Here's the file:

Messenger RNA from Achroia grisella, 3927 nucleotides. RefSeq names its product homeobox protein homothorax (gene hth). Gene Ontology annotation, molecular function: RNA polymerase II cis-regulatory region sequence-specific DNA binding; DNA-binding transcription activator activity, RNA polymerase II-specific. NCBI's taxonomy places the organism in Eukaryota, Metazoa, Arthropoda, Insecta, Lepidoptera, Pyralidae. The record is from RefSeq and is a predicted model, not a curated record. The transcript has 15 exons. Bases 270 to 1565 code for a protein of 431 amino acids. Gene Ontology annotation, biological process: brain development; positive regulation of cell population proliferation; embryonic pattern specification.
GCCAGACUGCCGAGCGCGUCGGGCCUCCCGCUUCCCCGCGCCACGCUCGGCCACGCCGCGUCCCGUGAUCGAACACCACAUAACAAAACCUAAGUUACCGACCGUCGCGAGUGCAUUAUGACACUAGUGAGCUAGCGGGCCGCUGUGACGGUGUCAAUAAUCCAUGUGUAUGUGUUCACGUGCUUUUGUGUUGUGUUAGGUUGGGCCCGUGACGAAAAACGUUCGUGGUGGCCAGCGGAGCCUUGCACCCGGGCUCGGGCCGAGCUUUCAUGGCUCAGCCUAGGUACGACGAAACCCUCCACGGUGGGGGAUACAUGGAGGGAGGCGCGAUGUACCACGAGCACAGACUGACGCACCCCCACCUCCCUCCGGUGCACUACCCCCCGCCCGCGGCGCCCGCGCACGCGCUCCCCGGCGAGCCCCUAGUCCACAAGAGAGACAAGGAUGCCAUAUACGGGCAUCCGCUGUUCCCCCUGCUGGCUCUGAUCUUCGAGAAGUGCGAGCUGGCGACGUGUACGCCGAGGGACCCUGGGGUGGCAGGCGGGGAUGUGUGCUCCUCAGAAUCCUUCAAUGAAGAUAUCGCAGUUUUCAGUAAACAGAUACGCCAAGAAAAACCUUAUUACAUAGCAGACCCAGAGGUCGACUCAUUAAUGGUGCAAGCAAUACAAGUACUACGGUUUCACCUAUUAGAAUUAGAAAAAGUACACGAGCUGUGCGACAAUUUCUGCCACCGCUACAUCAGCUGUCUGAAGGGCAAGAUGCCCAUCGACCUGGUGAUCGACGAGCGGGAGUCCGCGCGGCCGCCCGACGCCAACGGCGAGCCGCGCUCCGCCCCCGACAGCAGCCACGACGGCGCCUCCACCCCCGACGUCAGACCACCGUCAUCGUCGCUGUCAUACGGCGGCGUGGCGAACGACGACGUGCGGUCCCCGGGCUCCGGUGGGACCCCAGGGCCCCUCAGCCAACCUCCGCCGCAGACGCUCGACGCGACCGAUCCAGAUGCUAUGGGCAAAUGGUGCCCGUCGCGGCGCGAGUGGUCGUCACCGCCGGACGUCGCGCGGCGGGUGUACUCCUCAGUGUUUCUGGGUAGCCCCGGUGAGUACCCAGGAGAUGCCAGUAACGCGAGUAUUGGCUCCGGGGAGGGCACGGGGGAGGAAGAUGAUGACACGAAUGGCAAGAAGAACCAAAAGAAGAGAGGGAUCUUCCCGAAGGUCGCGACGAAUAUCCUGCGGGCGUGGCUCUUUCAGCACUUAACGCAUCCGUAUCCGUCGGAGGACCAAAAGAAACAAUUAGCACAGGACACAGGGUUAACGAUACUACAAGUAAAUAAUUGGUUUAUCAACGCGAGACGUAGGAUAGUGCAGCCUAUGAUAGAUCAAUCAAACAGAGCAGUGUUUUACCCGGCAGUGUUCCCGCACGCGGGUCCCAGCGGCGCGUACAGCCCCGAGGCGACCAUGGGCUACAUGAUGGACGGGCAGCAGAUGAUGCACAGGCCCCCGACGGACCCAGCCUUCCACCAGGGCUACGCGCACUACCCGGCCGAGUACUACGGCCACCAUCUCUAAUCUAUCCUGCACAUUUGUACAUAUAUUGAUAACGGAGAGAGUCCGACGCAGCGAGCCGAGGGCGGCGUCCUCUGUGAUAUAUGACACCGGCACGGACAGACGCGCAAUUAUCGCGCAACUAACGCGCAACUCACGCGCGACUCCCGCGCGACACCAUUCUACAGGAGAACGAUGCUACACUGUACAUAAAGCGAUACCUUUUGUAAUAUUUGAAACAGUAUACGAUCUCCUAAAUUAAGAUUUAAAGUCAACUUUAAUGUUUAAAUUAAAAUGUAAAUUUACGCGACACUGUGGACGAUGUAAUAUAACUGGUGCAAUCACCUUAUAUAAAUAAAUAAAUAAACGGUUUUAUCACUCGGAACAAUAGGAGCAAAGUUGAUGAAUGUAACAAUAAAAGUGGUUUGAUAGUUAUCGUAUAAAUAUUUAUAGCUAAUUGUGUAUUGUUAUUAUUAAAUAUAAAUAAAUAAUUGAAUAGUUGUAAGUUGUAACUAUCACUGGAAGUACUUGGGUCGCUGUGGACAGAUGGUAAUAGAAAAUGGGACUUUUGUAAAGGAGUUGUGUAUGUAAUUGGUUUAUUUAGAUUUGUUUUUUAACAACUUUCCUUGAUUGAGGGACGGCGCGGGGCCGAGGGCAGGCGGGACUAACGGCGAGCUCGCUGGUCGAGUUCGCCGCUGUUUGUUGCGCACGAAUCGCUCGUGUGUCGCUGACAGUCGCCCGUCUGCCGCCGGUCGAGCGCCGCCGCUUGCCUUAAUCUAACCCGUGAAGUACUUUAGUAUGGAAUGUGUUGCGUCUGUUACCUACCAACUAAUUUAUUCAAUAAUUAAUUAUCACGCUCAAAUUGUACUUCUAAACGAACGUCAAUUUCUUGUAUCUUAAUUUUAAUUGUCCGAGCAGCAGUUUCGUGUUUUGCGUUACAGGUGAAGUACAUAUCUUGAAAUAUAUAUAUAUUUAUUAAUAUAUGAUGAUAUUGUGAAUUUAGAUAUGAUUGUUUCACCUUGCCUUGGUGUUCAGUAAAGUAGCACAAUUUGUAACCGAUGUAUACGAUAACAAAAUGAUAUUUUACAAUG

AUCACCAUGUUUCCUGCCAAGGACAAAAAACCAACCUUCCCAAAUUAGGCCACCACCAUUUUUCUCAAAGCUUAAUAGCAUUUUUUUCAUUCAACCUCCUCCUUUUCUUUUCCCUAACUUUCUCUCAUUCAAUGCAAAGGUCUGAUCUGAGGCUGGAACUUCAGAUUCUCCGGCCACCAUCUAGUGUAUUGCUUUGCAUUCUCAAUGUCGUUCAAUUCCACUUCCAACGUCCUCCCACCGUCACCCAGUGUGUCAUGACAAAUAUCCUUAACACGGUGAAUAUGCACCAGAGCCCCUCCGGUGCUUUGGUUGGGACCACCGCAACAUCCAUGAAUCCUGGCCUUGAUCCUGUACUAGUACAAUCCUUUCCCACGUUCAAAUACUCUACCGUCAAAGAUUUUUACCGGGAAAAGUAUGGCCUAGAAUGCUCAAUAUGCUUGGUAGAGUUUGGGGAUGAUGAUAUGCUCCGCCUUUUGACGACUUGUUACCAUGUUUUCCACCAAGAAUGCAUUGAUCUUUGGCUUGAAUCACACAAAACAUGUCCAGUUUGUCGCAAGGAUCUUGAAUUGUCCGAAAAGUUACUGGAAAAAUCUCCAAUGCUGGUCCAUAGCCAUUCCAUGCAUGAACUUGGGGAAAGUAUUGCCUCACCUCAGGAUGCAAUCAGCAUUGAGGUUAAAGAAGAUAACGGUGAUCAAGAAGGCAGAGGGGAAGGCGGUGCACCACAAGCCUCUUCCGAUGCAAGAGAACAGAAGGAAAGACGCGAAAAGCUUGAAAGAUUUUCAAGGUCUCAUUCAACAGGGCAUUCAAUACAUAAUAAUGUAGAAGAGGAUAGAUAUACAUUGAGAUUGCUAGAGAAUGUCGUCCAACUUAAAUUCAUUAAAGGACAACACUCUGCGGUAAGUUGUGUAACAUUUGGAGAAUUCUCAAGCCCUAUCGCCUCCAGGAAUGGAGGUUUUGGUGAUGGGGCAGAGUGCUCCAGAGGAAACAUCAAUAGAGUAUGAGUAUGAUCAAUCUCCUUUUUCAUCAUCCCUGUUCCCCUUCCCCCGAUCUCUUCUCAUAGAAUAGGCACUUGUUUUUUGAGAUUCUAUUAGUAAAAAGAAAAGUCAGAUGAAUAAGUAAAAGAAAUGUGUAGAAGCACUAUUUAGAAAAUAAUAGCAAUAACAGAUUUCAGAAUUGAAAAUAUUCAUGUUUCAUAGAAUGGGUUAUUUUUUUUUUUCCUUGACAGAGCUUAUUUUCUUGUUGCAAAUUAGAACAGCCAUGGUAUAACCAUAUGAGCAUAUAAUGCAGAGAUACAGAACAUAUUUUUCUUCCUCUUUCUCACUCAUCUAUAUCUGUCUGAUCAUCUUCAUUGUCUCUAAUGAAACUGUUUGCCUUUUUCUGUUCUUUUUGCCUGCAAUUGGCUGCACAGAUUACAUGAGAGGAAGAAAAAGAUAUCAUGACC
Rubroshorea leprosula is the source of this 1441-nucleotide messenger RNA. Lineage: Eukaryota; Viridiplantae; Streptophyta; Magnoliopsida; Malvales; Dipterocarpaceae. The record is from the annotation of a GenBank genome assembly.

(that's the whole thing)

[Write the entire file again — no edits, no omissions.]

Messenger RNA from Achroia grisella, 3927 nucleotides. RefSeq names its product homeobox protein homothorax (gene hth). Gene Ontology annotation, molecular function: RNA polymerase II cis-regulatory region sequence-specific DNA binding; DNA-binding transcription activator activity, RNA polymerase II-specific. NCBI's taxonomy places the organism in Eukaryota, Metazoa, Arthropoda, Insecta, Lepidoptera, Pyralidae. The record is from RefSeq and is a predicted model, not a curated record. The transcript has 15 exons. Bases 270 to 1565 code for a protein of 431 amino acids. Gene Ontology annotation, biological process: brain development; positive regulation of cell population proliferation; embryonic pattern specification.
GCCAGACUGCCGAGCGCGUCGGGCCUCCCGCUUCCCCGCGCCACGCUCGGCCACGCCGCGUCCCGUGAUCGAACACCACAUAACAAAACCUAAGUUACCGACCGUCGCGAGUGCAUUAUGACACUAGUGAGCUAGCGGGCCGCUGUGACGGUGUCAAUAAUCCAUGUGUAUGUGUUCACGUGCUUUUGUGUUGUGUUAGGUUGGGCCCGUGACGAAAAACGUUCGUGGUGGCCAGCGGAGCCUUGCACCCGGGCUCGGGCCGAGCUUUCAUGGCUCAGCCUAGGUACGACGAAACCCUCCACGGUGGGGGAUACAUGGAGGGAGGCGCGAUGUACCACGAGCACAGACUGACGCACCCCCACCUCCCUCCGGUGCACUACCCCCCGCCCGCGGCGCCCGCGCACGCGCUCCCCGGCGAGCCCCUAGUCCACAAGAGAGACAAGGAUGCCAUAUACGGGCAUCCGCUGUUCCCCCUGCUGGCUCUGAUCUUCGAGAAGUGCGAGCUGGCGACGUGUACGCCGAGGGACCCUGGGGUGGCAGGCGGGGAUGUGUGCUCCUCAGAAUCCUUCAAUGAAGAUAUCGCAGUUUUCAGUAAACAGAUACGCCAAGAAAAACCUUAUUACAUAGCAGACCCAGAGGUCGACUCAUUAAUGGUGCAAGCAAUACAAGUACUACGGUUUCACCUAUUAGAAUUAGAAAAAGUACACGAGCUGUGCGACAAUUUCUGCCACCGCUACAUCAGCUGUCUGAAGGGCAAGAUGCCCAUCGACCUGGUGAUCGACGAGCGGGAGUCCGCGCGGCCGCCCGACGCCAACGGCGAGCCGCGCUCCGCCCCCGACAGCAGCCACGACGGCGCCUCCACCCCCGACGUCAGACCACCGUCAUCGUCGCUGUCAUACGGCGGCGUGGCGAACGACGACGUGCGGUCCCCGGGCUCCGGUGGGACCCCAGGGCCCCUCAGCCAACCUCCGCCGCAGACGCUCGACGCGACCGAUCCAGAUGCUAUGGGCAAAUGGUGCCCGUCGCGGCGCGAGUGGUCGUCACCGCCGGACGUCGCGCGGCGGGUGUACUCCUCAGUGUUUCUGGGUAGCCCCGGUGAGUACCCAGGAGAUGCCAGUAACGCGAGUAUUGGCUCCGGGGAGGGCACGGGGGAGGAAGAUGAUGACACGAAUGGCAAGAAGAACCAAAAGAAGAGAGGGAUCUUCCCGAAGGUCGCGACGAAUAUCCUGCGGGCGUGGCUCUUUCAGCACUUAACGCAUCCGUAUCCGUCGGAGGACCAAAAGAAACAAUUAGCACAGGACACAGGGUUAACGAUACUACAAGUAAAUAAUUGGUUUAUCAACGCGAGACGUAGGAUAGUGCAGCCUAUGAUAGAUCAAUCAAACAGAGCAGUGUUUUACCCGGCAGUGUUCCCGCACGCGGGUCCCAGCGGCGCGUACAGCCCCGAGGCGACCAUGGGCUACAUGAUGGACGGGCAGCAGAUGAUGCACAGGCCCCCGACGGACCCAGCCUUCCACCAGGGCUACGCGCACUACCCGGCCGAGUACUACGGCCACCAUCUCUAAUCUAUCCUGCACAUUUGUACAUAUAUUGAUAACGGAGAGAGUCCGACGCAGCGAGCCGAGGGCGGCGUCCUCUGUGAUAUAUGACACCGGCACGGACAGACGCGCAAUUAUCGCGCAACUAACGCGCAACUCACGCGCGACUCCCGCGCGACACCAUUCUACAGGAGAACGAUGCUACACUGUACAUAAAGCGAUACCUUUUGUAAUAUUUGAAACAGUAUACGAUCUCCUAAAUUAAGAUUUAAAGUCAACUUUAAUGUUUAAAUUAAAAUGUAAAUUUACGCGACACUGUGGACGAUGUAAUAUAACUGGUGCAAUCACCUUAUAUAAAUAAAUAAAUAAACGGUUUUAUCACUCGGAACAAUAGGAGCAAAGUUGAUGAAUGUAACAAUAAAAGUGGUUUGAUAGUUAUCGUAUAAAUAUUUAUAGCUAAUUGUGUAUUGUUAUUAUUAAAUAUAAAUAAAUAAUUGAAUAGUUGUAAGUUGUAACUAUCACUGGAAGUACUUGGGUCGCUGUGGACAGAUGGUAAUAGAAAAUGGGACUUUUGUAAAGGAGUUGUGUAUGUAAUUGGUUUAUUUAGAUUUGUUUUUUAACAACUUUCCUUGAUUGAGGGACGGCGCGGGGCCGAGGGCAGGCGGGACUAACGGCGAGCUCGCUGGUCGAGUUCGCCGCUGUUUGUUGCGCACGAAUCGCUCGUGUGUCGCUGACAGUCGCCCGUCUGCCGCCGGUCGAGCGCCGCCGCUUGCCUUAAUCUAACCCGUGAAGUACUUUAGUAUGGAAUGUGUUGCGUCUGUUACCUACCAACUAAUUUAUUCAAUAAUUAAUUAUCACGCUCAAAUUGUACUUCUAAACGAACGUCAAUUUCUUGUAUCUUAAUUUUAAUUGUCCGAGCAGCAGUUUCGUGUUUUGCGUUACAGGUGAAGUACAUAUCUUGAAAUAUAUAUAUAUUUAUUAAUAUAUGAUGAUAUUGUGAAUUUAGAUAUGAUUGUUUCACCUUGCCUUGGUGUUCAGUAAAGUAGCACAAUUUGUAACCGAUGUAUACGAUAACAAAAUGAUAUUUUACAAUG

AUCACCAUGUUUCCUGCCAAGGACAAAAAACCAACCUUCCCAAAUUAGGCCACCACCAUUUUUCUCAAAGCUUAAUAGCAUUUUUUUCAUUCAACCUCCUCCUUUUCUUUUCCCUAACUUUCUCUCAUUCAAUGCAAAGGUCUGAUCUGAGGCUGGAACUUCAGAUUCUCCGGCCACCAUCUAGUGUAUUGCUUUGCAUUCUCAAUGUCGUUCAAUUCCACUUCCAACGUCCUCCCACCGUCACCCAGUGUGUCAUGACAAAUAUCCUUAACACGGUGAAUAUGCACCAGAGCCCCUCCGGUGCUUUGGUUGGGACCACCGCAACAUCCAUGAAUCCUGGCCUUGAUCCUGUACUAGUACAAUCCUUUCCCACGUUCAAAUACUCUACCGUCAAAGAUUUUUACCGGGAAAAGUAUGGCCUAGAAUGCUCAAUAUGCUUGGUAGAGUUUGGGGAUGAUGAUAUGCUCCGCCUUUUGACGACUUGUUACCAUGUUUUCCACCAAGAAUGCAUUGAUCUUUGGCUUGAAUCACACAAAACAUGUCCAGUUUGUCGCAAGGAUCUUGAAUUGUCCGAAAAGUUACUGGAAAAAUCUCCAAUGCUGGUCCAUAGCCAUUCCAUGCAUGAACUUGGGGAAAGUAUUGCCUCACCUCAGGAUGCAAUCAGCAUUGAGGUUAAAGAAGAUAACGGUGAUCAAGAAGGCAGAGGGGAAGGCGGUGCACCACAAGCCUCUUCCGAUGCAAGAGAACAGAAGGAAAGACGCGAAAAGCUUGAAAGAUUUUCAAGGUCUCAUUCAACAGGGCAUUCAAUACAUAAUAAUGUAGAAGAGGAUAGAUAUACAUUGAGAUUGCUAGAGAAUGUCGUCCAACUUAAAUUCAUUAAAGGACAACACUCUGCGGUAAGUUGUGUAACAUUUGGAGAAUUCUCAAGCCCUAUCGCCUCCAGGAAUGGAGGUUUUGGUGAUGGGGCAGAGUGCUCCAGAGGAAACAUCAAUAGAGUAUGAGUAUGAUCAAUCUCCUUUUUCAUCAUCCCUGUUCCCCUUCCCCCGAUCUCUUCUCAUAGAAUAGGCACUUGUUUUUUGAGAUUCUAUUAGUAAAAAGAAAAGUCAGAUGAAUAAGUAAAAGAAAUGUGUAGAAGCACUAUUUAGAAAAUAAUAGCAAUAACAGAUUUCAGAAUUGAAAAUAUUCAUGUUUCAUAGAAUGGGUUAUUUUUUUUUUUCCUUGACAGAGCUUAUUUUCUUGUUGCAAAUUAGAACAGCCAUGGUAUAACCAUAUGAGCAUAUAAUGCAGAGAUACAGAACAUAUUUUUCUUCCUCUUUCUCACUCAUCUAUAUCUGUCUGAUCAUCUUCAUUGUCUCUAAUGAAACUGUUUGCCUUUUUCUGUUCUUUUUGCCUGCAAUUGGCUGCACAGAUUACAUGAGAGGAAGAAAAAGAUAUCAUGACC
Rubroshorea leprosula is the source of this 1441-nucleotide messenger RNA. Lineage: Eukaryota; Viridiplantae; Streptophyta; Magnoliopsida; Malvales; Dipterocarpaceae. The record is from the annotation of a GenBank genome assembly.